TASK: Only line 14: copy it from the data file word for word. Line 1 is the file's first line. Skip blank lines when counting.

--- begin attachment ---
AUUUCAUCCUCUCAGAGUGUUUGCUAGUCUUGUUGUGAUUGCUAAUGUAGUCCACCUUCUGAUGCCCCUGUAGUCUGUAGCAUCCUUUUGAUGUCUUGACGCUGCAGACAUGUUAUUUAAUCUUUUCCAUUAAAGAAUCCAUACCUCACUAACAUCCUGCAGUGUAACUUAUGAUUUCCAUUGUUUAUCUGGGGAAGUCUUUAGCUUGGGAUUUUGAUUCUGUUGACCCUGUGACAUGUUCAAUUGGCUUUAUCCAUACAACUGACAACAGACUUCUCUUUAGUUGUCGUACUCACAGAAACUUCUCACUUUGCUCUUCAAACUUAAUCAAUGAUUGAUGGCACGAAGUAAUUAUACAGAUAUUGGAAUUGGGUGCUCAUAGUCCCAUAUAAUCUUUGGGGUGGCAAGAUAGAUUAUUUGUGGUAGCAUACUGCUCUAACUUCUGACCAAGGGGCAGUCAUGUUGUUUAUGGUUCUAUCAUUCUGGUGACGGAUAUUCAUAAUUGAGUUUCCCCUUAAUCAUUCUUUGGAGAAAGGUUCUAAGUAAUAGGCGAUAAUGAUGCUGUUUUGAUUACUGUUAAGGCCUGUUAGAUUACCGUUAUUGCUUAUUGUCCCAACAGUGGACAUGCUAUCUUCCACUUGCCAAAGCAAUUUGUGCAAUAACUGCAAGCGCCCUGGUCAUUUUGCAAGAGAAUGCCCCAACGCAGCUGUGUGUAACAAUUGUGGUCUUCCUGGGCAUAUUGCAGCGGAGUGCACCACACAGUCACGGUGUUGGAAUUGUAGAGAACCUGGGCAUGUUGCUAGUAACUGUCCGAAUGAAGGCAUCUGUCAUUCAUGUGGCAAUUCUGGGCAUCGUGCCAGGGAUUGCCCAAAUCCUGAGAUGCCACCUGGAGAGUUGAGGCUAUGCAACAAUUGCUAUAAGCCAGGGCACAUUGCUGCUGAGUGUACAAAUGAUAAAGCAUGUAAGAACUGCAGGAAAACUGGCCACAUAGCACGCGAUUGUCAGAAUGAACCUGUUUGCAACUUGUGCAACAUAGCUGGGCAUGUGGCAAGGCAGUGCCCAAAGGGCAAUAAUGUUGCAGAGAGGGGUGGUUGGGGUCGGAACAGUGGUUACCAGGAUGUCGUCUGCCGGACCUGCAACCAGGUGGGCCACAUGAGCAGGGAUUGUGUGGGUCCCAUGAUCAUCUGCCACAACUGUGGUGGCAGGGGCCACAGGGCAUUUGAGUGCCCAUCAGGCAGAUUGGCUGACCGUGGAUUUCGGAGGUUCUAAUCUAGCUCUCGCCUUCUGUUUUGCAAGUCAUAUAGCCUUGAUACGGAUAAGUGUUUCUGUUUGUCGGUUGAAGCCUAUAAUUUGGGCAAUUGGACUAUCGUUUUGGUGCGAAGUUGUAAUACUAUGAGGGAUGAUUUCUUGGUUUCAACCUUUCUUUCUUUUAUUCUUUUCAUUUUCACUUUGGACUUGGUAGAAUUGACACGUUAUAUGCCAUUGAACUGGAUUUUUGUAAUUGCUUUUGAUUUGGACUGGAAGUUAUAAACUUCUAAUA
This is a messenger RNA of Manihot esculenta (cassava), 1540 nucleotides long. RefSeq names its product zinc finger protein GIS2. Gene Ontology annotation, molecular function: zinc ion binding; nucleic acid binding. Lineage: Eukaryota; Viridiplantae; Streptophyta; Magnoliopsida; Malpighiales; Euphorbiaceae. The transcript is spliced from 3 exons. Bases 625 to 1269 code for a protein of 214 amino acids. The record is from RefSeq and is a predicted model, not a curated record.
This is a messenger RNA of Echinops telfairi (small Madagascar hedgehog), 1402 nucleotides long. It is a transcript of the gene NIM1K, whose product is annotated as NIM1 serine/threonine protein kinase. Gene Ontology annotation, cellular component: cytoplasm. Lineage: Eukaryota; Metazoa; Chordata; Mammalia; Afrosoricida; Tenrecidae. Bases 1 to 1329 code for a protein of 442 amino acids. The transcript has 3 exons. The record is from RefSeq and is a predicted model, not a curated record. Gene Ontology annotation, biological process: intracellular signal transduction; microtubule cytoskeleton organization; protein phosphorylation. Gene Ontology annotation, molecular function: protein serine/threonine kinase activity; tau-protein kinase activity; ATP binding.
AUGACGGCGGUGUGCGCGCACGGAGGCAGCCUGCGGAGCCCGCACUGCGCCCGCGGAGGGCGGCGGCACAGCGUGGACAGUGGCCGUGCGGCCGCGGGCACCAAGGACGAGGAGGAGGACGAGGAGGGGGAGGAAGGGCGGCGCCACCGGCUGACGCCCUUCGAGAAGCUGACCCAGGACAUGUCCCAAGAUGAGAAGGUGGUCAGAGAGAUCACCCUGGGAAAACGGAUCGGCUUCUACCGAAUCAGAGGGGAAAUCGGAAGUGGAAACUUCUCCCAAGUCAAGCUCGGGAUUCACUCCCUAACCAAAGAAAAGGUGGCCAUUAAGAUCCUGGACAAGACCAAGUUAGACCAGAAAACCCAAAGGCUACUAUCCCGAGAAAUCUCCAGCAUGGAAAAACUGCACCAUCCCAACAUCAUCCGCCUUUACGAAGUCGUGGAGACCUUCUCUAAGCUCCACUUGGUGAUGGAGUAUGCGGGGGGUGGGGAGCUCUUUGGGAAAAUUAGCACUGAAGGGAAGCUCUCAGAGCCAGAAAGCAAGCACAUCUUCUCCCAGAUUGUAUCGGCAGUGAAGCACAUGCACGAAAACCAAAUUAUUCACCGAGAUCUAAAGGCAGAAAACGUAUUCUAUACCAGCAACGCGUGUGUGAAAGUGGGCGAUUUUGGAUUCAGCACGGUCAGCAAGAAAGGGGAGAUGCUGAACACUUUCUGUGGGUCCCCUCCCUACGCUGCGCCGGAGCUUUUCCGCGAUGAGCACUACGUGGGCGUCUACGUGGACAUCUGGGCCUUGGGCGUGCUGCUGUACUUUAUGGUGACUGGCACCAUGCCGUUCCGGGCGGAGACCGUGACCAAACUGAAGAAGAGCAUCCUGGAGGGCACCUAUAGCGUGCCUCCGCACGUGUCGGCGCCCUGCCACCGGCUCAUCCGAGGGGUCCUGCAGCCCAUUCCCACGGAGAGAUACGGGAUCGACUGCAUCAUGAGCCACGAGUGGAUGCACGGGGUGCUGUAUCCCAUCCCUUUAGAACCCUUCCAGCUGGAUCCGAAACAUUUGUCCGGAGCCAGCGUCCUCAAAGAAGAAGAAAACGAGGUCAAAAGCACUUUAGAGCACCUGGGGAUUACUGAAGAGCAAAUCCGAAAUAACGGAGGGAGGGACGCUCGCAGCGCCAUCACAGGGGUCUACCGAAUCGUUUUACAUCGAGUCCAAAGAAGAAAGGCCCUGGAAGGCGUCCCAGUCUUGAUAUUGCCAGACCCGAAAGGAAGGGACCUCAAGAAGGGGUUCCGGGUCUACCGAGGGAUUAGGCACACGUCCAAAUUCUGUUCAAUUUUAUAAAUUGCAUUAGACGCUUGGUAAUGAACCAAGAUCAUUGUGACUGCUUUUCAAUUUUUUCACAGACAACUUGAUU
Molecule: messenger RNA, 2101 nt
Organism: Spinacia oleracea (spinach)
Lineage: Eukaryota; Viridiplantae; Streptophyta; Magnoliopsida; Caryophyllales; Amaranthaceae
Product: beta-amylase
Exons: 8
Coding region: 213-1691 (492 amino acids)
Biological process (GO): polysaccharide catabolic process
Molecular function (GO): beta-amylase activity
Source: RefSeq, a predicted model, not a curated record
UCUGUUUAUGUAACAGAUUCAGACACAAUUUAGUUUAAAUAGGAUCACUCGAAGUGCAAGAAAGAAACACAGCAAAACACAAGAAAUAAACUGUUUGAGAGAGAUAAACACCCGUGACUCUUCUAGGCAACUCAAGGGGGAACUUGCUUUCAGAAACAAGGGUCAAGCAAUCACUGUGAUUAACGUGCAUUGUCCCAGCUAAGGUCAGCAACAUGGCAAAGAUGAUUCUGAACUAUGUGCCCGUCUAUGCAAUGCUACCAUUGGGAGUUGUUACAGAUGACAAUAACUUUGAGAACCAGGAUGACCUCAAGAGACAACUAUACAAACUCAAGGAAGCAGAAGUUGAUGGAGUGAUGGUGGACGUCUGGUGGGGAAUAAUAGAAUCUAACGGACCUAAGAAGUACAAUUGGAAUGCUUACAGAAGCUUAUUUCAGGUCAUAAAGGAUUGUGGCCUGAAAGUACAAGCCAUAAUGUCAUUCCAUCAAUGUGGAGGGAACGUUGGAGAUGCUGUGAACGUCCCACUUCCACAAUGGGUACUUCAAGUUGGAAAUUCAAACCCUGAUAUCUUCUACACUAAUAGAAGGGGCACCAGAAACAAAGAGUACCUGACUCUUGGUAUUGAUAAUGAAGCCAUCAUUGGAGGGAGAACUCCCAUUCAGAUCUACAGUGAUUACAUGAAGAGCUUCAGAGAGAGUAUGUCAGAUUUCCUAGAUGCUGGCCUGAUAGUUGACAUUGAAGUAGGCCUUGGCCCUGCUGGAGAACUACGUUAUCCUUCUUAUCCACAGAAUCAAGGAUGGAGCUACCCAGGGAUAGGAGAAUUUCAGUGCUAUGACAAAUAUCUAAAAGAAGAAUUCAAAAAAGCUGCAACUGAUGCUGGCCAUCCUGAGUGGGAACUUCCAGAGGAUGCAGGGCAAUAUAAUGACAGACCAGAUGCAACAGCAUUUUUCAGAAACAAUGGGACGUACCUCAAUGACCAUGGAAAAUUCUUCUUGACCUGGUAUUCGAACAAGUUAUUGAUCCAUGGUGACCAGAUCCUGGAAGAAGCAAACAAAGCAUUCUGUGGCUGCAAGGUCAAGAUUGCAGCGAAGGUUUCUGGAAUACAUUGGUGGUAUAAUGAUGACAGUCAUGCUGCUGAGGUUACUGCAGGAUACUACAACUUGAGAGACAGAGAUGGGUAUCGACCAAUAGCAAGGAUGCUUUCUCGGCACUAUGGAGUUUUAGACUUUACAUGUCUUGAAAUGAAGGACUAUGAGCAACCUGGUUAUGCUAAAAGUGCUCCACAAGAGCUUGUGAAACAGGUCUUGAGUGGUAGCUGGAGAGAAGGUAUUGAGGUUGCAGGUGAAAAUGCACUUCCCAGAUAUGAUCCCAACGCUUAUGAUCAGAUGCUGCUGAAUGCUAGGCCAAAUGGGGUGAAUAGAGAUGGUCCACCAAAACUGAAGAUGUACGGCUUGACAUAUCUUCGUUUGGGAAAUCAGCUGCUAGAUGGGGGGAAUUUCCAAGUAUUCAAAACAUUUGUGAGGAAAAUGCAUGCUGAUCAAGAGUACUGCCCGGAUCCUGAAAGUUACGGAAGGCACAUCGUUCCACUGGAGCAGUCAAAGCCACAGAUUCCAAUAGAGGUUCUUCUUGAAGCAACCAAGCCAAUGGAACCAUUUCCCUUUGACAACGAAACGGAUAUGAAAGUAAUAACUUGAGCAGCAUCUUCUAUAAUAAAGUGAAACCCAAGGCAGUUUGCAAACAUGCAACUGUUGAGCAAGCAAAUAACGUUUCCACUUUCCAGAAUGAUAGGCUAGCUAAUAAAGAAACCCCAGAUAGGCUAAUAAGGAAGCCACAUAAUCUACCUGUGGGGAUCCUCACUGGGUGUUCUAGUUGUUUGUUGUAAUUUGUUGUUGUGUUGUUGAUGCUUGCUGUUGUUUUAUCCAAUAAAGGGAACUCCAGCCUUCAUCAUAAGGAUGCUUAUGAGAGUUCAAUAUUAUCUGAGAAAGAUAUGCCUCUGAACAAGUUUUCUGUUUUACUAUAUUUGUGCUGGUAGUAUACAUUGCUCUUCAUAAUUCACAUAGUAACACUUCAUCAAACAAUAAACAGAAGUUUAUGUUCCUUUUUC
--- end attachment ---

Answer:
UCUGUUUAUGUAACAGAUUCAGACACAAUUUAGUUUAAAUAGGAUCACUCGAAGUGCAAGAAAGAAACACAGCAAAACACAAGAAAUAAACUGUUUGAGAGAGAUAAACACCCGUGACUCUUCUAGGCAACUCAAGGGGGAACUUGCUUUCAGAAACAAGGGUCAAGCAAUCACUGUGAUUAACGUGCAUUGUCCCAGCUAAGGUCAGCAACAUGGCAAAGAUGAUUCUGAACUAUGUGCCCGUCUAUGCAAUGCUACCAUUGGGAGUUGUUACAGAUGACAAUAACUUUGAGAACCAGGAUGACCUCAAGAGACAACUAUACAAACUCAAGGAAGCAGAAGUUGAUGGAGUGAUGGUGGACGUCUGGUGGGGAAUAAUAGAAUCUAACGGACCUAAGAAGUACAAUUGGAAUGCUUACAGAAGCUUAUUUCAGGUCAUAAAGGAUUGUGGCCUGAAAGUACAAGCCAUAAUGUCAUUCCAUCAAUGUGGAGGGAACGUUGGAGAUGCUGUGAACGUCCCACUUCCACAAUGGGUACUUCAAGUUGGAAAUUCAAACCCUGAUAUCUUCUACACUAAUAGAAGGGGCACCAGAAACAAAGAGUACCUGACUCUUGGUAUUGAUAAUGAAGCCAUCAUUGGAGGGAGAACUCCCAUUCAGAUCUACAGUGAUUACAUGAAGAGCUUCAGAGAGAGUAUGUCAGAUUUCCUAGAUGCUGGCCUGAUAGUUGACAUUGAAGUAGGCCUUGGCCCUGCUGGAGAACUACGUUAUCCUUCUUAUCCACAGAAUCAAGGAUGGAGCUACCCAGGGAUAGGAGAAUUUCAGUGCUAUGACAAAUAUCUAAAAGAAGAAUUCAAAAAAGCUGCAACUGAUGCUGGCCAUCCUGAGUGGGAACUUCCAGAGGAUGCAGGGCAAUAUAAUGACAGACCAGAUGCAACAGCAUUUUUCAGAAACAAUGGGACGUACCUCAAUGACCAUGGAAAAUUCUUCUUGACCUGGUAUUCGAACAAGUUAUUGAUCCAUGGUGACCAGAUCCUGGAAGAAGCAAACAAAGCAUUCUGUGGCUGCAAGGUCAAGAUUGCAGCGAAGGUUUCUGGAAUACAUUGGUGGUAUAAUGAUGACAGUCAUGCUGCUGAGGUUACUGCAGGAUACUACAACUUGAGAGACAGAGAUGGGUAUCGACCAAUAGCAAGGAUGCUUUCUCGGCACUAUGGAGUUUUAGACUUUACAUGUCUUGAAAUGAAGGACUAUGAGCAACCUGGUUAUGCUAAAAGUGCUCCACAAGAGCUUGUGAAACAGGUCUUGAGUGGUAGCUGGAGAGAAGGUAUUGAGGUUGCAGGUGAAAAUGCACUUCCCAGAUAUGAUCCCAACGCUUAUGAUCAGAUGCUGCUGAAUGCUAGGCCAAAUGGGGUGAAUAGAGAUGGUCCACCAAAACUGAAGAUGUACGGCUUGACAUAUCUUCGUUUGGGAAAUCAGCUGCUAGAUGGGGGGAAUUUCCAAGUAUUCAAAACAUUUGUGAGGAAAAUGCAUGCUGAUCAAGAGUACUGCCCGGAUCCUGAAAGUUACGGAAGGCACAUCGUUCCACUGGAGCAGUCAAAGCCACAGAUUCCAAUAGAGGUUCUUCUUGAAGCAACCAAGCCAAUGGAACCAUUUCCCUUUGACAACGAAACGGAUAUGAAAGUAAUAACUUGAGCAGCAUCUUCUAUAAUAAAGUGAAACCCAAGGCAGUUUGCAAACAUGCAACUGUUGAGCAAGCAAAUAACGUUUCCACUUUCCAGAAUGAUAGGCUAGCUAAUAAAGAAACCCCAGAUAGGCUAAUAAGGAAGCCACAUAAUCUACCUGUGGGGAUCCUCACUGGGUGUUCUAGUUGUUUGUUGUAAUUUGUUGUUGUGUUGUUGAUGCUUGCUGUUGUUUUAUCCAAUAAAGGGAACUCCAGCCUUCAUCAUAAGGAUGCUUAUGAGAGUUCAAUAUUAUCUGAGAAAGAUAUGCCUCUGAACAAGUUUUCUGUUUUACUAUAUUUGUGCUGGUAGUAUACAUUGCUCUUCAUAAUUCACAUAGUAACACUUCAUCAAACAAUAAACAGAAGUUUAUGUUCCUUUUUC